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  Reply # 747665 20-Jan-2013 10:17 Send private message

In the terms and conditions I found this little gem...

"8. Our service may automatically delete a piece of data you upload or give someone else access to where it determines that that data is an exact duplicate of original data already on our service. In that case, you will access that original data."

In my limited understanding of the Way Things Work (tm), that MUST mean that the data is not encrypted until after it arrives at the mega servers. Therefore, Kim and his mates _DO_ have access (albiet temporarily) to the actual data you upload.

My backup provider (Backblaze) provides a client where the data is encrypted on my machine and they as a provider never even see my unencrypted data.

Now I completely understand the mega model would probably fall apart if everyone uploaded the final of Fringe and they had to store that identical file 1000 times - but you should be aware. Mega DOES INSPECT YOUR FILE IN AN UNENCRYPTED STATE. Or at _least_ in an encrypted state that is not unique to you - as seems to be the big push (everyone has their own encryption).

Cheers - N

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  Reply # 747667 20-Jan-2013 10:20 Send private message

The way I read it it's more likely to be something for individual accounts. If you have the same file in multiple folders for example, or if you upload the same file within different folders and give access to different people.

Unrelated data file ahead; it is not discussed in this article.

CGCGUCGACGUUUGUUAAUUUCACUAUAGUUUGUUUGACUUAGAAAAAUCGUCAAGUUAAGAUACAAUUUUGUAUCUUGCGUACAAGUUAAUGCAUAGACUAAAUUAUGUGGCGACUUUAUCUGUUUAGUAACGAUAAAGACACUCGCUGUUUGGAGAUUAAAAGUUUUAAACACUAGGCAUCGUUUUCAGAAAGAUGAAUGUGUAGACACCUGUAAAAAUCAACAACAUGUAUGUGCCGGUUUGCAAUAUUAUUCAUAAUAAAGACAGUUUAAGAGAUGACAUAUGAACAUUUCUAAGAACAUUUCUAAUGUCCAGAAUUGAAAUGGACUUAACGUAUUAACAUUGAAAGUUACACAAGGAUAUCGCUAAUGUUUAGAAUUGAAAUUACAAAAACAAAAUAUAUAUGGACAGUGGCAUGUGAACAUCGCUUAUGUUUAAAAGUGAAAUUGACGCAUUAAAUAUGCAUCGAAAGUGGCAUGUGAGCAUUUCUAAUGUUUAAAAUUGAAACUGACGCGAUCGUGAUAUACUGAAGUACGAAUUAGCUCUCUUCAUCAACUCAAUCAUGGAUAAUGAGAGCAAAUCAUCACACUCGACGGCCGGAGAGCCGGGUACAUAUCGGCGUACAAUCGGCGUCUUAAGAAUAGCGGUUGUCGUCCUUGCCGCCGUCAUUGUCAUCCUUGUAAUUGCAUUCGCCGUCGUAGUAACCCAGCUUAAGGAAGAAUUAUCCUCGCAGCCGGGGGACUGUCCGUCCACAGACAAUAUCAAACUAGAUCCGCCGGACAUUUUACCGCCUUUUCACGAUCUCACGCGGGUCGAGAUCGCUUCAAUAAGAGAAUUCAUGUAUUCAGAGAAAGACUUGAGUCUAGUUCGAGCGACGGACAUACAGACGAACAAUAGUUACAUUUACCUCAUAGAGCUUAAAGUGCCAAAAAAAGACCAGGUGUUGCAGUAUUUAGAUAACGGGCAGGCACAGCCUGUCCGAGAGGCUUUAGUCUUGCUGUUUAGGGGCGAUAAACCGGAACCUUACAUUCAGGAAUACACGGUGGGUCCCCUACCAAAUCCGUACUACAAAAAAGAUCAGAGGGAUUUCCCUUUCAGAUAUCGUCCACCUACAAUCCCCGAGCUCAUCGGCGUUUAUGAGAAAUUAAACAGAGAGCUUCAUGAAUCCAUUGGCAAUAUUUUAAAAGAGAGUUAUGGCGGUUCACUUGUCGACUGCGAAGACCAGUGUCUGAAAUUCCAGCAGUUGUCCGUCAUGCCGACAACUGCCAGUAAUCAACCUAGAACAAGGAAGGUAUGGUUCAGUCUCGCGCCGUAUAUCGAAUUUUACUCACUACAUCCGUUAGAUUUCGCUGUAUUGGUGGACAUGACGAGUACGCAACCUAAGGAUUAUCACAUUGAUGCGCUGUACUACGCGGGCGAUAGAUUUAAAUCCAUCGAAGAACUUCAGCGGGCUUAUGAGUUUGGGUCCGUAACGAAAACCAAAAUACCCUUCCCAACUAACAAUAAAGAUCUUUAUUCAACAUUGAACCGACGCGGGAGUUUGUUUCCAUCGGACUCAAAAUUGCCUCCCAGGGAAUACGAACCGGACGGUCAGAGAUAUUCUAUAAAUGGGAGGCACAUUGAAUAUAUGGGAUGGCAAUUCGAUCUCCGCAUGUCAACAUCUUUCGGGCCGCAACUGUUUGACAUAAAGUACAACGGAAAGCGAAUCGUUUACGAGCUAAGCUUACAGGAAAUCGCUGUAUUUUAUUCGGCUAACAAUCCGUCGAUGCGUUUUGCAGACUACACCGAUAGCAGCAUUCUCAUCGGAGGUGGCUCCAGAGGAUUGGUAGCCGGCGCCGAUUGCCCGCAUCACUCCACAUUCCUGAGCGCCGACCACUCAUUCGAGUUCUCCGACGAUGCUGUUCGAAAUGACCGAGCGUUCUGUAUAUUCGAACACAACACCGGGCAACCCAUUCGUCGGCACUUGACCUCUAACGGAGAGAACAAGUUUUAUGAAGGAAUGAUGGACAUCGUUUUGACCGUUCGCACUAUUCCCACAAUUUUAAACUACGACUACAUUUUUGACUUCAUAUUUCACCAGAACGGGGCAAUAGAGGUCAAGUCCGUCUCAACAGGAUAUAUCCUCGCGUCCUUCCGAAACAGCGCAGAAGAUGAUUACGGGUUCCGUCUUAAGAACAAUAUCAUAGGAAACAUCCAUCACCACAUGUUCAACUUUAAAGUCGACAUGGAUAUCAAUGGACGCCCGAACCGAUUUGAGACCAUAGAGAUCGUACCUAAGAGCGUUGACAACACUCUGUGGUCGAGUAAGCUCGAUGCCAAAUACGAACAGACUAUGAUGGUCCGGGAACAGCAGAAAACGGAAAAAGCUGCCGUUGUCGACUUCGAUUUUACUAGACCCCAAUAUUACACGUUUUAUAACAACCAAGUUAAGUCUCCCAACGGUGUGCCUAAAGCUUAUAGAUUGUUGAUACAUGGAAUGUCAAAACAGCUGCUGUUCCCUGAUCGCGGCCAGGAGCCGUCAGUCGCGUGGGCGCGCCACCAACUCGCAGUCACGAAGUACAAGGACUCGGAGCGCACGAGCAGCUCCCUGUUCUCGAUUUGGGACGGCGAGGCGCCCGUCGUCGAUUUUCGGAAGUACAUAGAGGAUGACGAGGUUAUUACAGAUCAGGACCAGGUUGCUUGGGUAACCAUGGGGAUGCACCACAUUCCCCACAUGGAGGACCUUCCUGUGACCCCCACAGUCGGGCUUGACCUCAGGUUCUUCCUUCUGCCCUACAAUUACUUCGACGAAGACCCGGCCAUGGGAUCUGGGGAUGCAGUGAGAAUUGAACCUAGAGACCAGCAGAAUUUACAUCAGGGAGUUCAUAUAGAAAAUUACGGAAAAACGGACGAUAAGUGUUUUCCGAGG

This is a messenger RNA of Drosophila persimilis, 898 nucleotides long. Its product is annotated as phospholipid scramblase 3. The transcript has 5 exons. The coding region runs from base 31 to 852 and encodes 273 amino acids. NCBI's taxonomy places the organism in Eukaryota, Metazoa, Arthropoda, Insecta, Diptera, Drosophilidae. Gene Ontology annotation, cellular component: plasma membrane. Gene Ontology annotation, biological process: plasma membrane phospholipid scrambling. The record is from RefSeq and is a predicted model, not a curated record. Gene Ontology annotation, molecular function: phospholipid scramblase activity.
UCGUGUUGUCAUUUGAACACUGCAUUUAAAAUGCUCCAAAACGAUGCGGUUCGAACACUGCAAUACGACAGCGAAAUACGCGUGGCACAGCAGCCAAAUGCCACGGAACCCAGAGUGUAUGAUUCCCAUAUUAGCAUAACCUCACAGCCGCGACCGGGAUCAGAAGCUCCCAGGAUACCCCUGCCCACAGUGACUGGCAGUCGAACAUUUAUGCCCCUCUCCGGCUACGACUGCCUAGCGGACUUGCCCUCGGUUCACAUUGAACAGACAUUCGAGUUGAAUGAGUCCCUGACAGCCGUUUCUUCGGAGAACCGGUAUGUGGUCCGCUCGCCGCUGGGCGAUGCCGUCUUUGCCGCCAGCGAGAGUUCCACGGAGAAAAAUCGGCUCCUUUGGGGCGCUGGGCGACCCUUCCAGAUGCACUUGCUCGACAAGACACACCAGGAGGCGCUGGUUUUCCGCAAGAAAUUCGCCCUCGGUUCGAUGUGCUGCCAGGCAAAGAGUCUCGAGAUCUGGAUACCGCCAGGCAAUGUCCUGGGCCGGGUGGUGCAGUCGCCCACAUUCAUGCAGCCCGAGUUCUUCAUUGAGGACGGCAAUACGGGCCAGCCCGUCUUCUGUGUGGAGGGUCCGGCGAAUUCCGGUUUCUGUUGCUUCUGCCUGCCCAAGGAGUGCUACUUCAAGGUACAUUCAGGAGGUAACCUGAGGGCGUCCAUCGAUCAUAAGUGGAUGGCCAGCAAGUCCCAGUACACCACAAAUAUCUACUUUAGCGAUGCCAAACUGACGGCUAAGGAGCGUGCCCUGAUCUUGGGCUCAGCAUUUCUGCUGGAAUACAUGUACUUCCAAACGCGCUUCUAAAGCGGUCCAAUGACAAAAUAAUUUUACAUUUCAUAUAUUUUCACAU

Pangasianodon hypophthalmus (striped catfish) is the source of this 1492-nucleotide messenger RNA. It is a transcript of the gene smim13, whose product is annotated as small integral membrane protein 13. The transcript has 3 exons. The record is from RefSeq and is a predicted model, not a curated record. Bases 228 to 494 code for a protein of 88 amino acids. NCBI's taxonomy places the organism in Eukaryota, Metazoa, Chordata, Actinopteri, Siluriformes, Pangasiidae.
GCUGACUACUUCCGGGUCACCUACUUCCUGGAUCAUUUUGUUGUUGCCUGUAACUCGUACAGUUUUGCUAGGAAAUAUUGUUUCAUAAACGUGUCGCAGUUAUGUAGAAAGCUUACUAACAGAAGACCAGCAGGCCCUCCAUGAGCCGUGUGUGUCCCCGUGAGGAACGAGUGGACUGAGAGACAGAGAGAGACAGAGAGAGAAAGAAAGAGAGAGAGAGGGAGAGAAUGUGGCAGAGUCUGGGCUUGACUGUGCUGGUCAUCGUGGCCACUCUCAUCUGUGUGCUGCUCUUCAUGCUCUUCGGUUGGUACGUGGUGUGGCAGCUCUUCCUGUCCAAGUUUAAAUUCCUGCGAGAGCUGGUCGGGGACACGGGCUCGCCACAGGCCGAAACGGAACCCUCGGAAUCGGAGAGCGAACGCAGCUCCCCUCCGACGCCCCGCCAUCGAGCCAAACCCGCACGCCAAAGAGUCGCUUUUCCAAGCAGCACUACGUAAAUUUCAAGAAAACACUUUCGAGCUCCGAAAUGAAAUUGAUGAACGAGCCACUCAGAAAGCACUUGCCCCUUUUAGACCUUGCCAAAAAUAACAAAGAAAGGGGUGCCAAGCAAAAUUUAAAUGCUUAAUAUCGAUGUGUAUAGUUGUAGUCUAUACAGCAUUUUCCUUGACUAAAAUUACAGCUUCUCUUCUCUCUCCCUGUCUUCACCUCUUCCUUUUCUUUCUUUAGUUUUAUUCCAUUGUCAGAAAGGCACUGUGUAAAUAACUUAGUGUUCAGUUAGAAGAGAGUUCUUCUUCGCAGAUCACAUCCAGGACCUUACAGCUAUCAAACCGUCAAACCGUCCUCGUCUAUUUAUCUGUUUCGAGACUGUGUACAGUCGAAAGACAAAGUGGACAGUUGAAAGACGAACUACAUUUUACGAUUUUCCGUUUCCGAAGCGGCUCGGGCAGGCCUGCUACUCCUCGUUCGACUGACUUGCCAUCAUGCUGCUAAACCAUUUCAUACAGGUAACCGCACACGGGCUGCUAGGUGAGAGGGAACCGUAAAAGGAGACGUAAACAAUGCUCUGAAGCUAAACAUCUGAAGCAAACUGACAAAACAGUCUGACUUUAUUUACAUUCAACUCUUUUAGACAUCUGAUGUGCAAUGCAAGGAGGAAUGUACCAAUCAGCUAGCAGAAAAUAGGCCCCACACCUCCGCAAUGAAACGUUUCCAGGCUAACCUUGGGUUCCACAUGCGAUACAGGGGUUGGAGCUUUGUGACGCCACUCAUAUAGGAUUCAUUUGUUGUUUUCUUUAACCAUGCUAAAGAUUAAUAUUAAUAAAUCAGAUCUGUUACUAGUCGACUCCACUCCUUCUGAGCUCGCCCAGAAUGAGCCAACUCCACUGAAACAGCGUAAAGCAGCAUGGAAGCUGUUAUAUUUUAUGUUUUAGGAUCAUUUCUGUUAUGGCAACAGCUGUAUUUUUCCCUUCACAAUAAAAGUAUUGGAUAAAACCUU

Not necessarily comparing your uploaded data with someone else's uploaded data. But yes, the explaining is a bit vague.

Deduplication is nothing new in storage.





gzt

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  Reply # 747669 20-Jan-2013 10:22 Send private message

mxpress:
johnr: Just registered was very straight fwd, No idea what I am going to do with 50GB of space

I'm going to back up all of my family photos on to it. Another back up won't go astray.

That is the nature of my unique content as well. The bulk of that will be scans of older photos. Great use for it. Just registered. File upload is not working for me at present. The initial launch load will have to settle down a bit first I guess.

FYI, the FAQ more or less states that all browsers except Chrome are inadequate when dealing with larger file sizes:

We do not impose artificial limits on file sizes other than your available cloud drive space. However, some legacy or technically inadequate browsers require the entire file to be stored in memory for downloading (Firefox, IE10, Opera), or for both downloading and uploading (IE9, Safari 5)